Digging Deep: A Vancouver Island Geoscience Retrospective
By: Christa Pellett, Vice President, MineralsGeoscience BC’s Christa Pellett looks back at a series of minerals research projects that continue to support mineral exploration on Vancouver Island.
In January 2020 Geoscience BC released the results of the Vancouver Island North (VIN) Regional Project which comprised a high-resolution airborne magnetic and radiometric survey of northern Vancouver Island. The data has supported existing mineral exploration on claims that pre-date the survey, as well as on 206 new or expanded claims identified since the project was first launched back in July 2019. But the VIN project was just the latest initiative Geoscience BC has supported on Vancouver Island. Let’s take a look back at some earlier projects.
The Vancouver Island North Regional Project has encouraged new mineral exploration interest in Vancouver Island.Regional Geophysics
Geoscience BC and the Island Coastal Economic Trust partnered in 2012 to fund the Northern Vancouver Island (NVI) Exploration Geoscience Project, which included an airborne magnetic survey of northwestern Vancouver Island near the communities of Port Hardy, Port Alice and Zeballos. This survey borders and slightly overlaps the 2019 airborne magnetic and radiometric survey to the north and west.
Geoscience BC’s enhancement of regional geochemical coverage on Vancouver Island was initiated in 2009, when Noble Exploration Service Ltd. completed a program to reanalyze archived moss-trapped sediment samples from across most of Vancouver Island. A few years later the NVI project enabled additional reanalysis of sediment and till samples, as well as the collection of new sediment samples in the NVI project area to enhance coverage. All this regional geochemical data was then used by CSA Global Canada Geosciences Ltd. as they undertook a productivity analysis of stream sediment data for northern Vancouver Island in 2014.
Several Geoscience BC projects have added new geochemical samples and analyses on Vancouver Island.Mapping and Mineral Potential Studies (2005-2015)
In the first year of Geoscience BC’s existence, three university-based research studies focused on Vancouver Island. The largest of these was a PhD project by Tyler Ruks of the University of British Columbia (supervised by Dr. Jim Mortensen) focused on the Paleozoic Wrangellia arc of Vancouver Island, which hosts the volcanogenic massive sulphide (VMS) Myra Falls camp. The study examined the tectonic evolution of the southern Wrangellia arc, and used geological mapping and geochronological, isotopic and lithogeochemical studies to give new insights into its prospectivity for hosting VMS deposits.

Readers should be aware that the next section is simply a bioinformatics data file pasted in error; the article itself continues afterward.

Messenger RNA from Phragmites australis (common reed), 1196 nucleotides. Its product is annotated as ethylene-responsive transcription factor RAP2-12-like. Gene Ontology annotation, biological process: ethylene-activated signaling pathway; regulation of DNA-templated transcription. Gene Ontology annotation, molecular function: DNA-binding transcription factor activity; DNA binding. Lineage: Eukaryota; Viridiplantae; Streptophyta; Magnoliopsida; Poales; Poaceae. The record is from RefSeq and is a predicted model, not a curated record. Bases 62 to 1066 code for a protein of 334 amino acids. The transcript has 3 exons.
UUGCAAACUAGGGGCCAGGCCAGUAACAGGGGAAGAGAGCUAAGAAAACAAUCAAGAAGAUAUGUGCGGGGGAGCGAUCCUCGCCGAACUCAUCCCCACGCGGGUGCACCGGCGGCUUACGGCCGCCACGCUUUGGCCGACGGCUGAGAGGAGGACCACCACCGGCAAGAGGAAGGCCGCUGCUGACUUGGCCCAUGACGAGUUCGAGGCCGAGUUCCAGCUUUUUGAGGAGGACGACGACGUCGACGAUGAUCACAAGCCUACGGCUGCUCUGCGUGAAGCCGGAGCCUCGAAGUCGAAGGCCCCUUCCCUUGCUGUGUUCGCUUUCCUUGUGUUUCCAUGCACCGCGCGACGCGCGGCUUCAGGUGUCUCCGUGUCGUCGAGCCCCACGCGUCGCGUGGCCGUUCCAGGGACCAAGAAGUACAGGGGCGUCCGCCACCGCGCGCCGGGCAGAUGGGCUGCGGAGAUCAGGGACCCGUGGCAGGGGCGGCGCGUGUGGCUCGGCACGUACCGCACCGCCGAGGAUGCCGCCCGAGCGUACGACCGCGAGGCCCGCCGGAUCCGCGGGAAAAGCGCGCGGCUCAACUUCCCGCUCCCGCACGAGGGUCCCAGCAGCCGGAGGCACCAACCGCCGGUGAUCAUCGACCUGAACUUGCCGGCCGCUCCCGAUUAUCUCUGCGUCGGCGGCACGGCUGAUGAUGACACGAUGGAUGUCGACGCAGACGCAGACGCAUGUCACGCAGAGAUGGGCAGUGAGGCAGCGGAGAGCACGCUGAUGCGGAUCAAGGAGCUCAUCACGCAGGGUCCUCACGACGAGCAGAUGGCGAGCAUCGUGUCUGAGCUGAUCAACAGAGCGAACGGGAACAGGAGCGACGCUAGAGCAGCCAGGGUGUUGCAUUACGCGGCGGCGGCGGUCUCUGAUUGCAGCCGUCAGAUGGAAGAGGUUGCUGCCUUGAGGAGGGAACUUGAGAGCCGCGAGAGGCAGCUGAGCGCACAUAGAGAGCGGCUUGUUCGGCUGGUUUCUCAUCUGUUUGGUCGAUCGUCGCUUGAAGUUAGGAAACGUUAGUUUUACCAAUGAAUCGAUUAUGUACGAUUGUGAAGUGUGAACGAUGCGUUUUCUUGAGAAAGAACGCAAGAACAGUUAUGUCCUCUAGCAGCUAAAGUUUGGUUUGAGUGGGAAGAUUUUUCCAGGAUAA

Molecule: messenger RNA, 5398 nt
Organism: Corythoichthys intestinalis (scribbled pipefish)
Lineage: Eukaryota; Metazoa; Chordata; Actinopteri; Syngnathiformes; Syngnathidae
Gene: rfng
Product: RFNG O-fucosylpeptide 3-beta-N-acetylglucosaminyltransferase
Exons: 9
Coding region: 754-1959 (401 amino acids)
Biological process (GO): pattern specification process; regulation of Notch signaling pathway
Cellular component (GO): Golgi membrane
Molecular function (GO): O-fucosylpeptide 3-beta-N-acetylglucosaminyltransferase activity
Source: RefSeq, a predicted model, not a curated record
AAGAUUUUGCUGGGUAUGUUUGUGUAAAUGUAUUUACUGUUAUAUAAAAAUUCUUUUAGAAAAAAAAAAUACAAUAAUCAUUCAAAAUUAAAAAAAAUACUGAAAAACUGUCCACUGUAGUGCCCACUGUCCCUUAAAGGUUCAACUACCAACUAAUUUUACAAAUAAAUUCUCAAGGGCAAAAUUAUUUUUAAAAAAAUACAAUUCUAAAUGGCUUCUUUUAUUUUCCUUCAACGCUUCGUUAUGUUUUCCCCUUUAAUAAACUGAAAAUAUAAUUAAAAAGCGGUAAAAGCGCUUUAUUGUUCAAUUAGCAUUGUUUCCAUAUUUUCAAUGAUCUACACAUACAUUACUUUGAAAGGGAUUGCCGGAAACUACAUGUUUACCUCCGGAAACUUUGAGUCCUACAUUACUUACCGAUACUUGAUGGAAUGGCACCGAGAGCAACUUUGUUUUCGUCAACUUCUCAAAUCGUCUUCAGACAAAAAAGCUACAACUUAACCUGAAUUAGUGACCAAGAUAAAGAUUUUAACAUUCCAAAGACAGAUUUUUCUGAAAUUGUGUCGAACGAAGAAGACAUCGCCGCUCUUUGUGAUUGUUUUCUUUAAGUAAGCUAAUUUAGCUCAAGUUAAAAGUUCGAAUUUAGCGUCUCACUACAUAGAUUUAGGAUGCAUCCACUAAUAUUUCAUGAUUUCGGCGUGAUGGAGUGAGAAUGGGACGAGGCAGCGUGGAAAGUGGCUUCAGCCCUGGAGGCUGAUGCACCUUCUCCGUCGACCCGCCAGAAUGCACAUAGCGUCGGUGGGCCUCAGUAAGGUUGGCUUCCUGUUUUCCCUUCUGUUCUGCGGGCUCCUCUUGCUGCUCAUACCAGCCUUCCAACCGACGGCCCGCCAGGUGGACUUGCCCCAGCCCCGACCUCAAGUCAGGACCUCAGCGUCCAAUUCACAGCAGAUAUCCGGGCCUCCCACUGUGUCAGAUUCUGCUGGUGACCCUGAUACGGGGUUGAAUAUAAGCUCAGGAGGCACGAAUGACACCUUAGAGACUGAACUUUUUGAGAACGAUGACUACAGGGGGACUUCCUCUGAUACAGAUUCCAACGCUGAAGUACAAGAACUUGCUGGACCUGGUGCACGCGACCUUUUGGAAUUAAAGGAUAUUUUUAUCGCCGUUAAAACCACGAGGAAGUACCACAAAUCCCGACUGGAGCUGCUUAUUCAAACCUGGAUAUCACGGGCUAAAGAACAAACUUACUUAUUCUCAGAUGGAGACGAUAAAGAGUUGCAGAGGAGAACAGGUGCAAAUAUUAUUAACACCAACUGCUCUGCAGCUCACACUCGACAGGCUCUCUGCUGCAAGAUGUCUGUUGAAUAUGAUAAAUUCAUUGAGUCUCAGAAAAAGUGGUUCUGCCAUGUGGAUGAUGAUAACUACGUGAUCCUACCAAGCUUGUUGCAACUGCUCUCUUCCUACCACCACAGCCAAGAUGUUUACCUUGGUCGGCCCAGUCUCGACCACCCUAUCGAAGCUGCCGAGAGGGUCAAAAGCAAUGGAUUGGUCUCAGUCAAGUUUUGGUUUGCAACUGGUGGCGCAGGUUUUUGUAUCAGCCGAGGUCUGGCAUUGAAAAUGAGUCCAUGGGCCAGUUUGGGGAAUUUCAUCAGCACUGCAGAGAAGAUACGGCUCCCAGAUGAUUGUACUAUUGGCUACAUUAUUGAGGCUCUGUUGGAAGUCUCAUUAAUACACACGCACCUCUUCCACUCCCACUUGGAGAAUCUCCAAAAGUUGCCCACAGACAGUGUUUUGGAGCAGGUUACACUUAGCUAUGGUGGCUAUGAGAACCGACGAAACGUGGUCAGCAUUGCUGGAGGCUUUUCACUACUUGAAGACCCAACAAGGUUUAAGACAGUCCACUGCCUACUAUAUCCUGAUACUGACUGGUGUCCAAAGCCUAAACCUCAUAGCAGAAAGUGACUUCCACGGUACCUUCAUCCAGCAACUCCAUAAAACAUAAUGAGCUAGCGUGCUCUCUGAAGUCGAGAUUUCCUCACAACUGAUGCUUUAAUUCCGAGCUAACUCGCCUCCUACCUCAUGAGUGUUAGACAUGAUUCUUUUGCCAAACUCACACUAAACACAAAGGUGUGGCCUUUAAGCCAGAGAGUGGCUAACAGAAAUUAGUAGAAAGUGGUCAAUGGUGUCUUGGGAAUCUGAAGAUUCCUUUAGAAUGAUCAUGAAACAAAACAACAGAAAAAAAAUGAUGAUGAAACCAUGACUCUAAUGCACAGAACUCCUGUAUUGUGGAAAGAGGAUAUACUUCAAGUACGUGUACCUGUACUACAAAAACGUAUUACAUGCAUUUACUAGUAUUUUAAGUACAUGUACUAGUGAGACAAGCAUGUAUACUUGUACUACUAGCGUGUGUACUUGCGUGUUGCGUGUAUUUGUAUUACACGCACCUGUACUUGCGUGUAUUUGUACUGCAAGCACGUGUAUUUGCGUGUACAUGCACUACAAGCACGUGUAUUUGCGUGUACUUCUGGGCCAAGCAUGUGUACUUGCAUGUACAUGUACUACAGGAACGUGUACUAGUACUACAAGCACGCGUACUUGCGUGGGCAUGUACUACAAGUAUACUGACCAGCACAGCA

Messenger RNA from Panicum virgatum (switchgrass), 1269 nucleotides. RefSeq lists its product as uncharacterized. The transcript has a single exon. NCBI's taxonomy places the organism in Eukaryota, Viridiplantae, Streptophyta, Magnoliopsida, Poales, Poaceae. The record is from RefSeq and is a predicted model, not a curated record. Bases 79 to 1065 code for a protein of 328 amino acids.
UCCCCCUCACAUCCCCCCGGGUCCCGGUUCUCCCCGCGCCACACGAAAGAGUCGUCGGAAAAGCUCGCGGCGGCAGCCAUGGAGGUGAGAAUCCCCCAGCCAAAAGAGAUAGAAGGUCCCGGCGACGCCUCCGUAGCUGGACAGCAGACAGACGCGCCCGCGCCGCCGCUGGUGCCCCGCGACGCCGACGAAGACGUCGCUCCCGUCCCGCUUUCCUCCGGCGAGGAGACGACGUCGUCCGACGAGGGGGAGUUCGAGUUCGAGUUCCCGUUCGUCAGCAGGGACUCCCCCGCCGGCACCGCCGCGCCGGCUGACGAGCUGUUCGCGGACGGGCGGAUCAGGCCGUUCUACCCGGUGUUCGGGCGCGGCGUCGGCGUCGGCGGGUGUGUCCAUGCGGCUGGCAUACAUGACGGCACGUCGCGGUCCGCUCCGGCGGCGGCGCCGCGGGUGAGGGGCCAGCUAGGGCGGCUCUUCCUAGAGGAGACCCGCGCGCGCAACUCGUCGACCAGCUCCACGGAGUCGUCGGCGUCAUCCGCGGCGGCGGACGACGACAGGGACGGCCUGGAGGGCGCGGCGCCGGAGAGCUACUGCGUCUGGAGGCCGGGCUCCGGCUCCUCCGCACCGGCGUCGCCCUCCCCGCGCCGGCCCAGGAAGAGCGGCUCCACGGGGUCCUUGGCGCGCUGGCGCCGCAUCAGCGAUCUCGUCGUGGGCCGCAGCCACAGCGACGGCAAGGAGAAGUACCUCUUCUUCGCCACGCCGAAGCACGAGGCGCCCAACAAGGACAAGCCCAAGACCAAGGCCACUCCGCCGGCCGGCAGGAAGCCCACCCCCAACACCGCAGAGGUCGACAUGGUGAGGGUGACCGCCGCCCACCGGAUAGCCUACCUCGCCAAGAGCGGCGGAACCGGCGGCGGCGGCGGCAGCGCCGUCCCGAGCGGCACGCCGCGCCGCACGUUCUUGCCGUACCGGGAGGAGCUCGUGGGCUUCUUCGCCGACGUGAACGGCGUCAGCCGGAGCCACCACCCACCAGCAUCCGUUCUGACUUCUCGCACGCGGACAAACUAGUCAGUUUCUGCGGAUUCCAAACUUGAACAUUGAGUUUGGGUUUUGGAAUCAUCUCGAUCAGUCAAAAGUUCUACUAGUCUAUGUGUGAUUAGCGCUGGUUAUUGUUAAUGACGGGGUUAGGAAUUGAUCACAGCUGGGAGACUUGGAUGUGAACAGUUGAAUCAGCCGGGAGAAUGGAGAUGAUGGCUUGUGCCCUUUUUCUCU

Dr. Dan Marshall and students at Simon Fraser University investigated the geology and mineral potential around Nootka Sound on the west coast of Vancouver Island. Their research highlights the copper-porphyry and platinum group metal potential within a magnetite-rich layer within the Jurassic Island intrusive suite.
K. Fecova in front of an inclusion-rich diorite, Cypress Creek area, Vancouver Island. From project 2005-027.At the same time, Dr. Dante Canil and students at the University of Victoria were examining geology in the Port Renfrew area of southern Vancouver Island. The objective of the study was to assess ultramafic rocks for both their aerial extent and relationship with other rocks on Vancouver Island, as well as their potential to host Ni-Cu or platinum-group element deposits. Although no significant concentrations of chromite, sulphides or platinum-group minerals were noted in the final report, the authors found that magnetite skarns with variably developed magnetite-chalcopyrite-pyrite assemblages were located in the study area.
Vancouver Island: More to Explore
In addition to the projects discussed above, a number of Geoscience BC projects and scholarship winners have conducted studies that use Vancouver Island mineral occurrences in their research. When Geoscience BC projects are coupled with the wealth of public geoscience information produced by the British Columbia Geological Survey and Geological Survey of Canada, there surely is more to explore on Vancouver Island.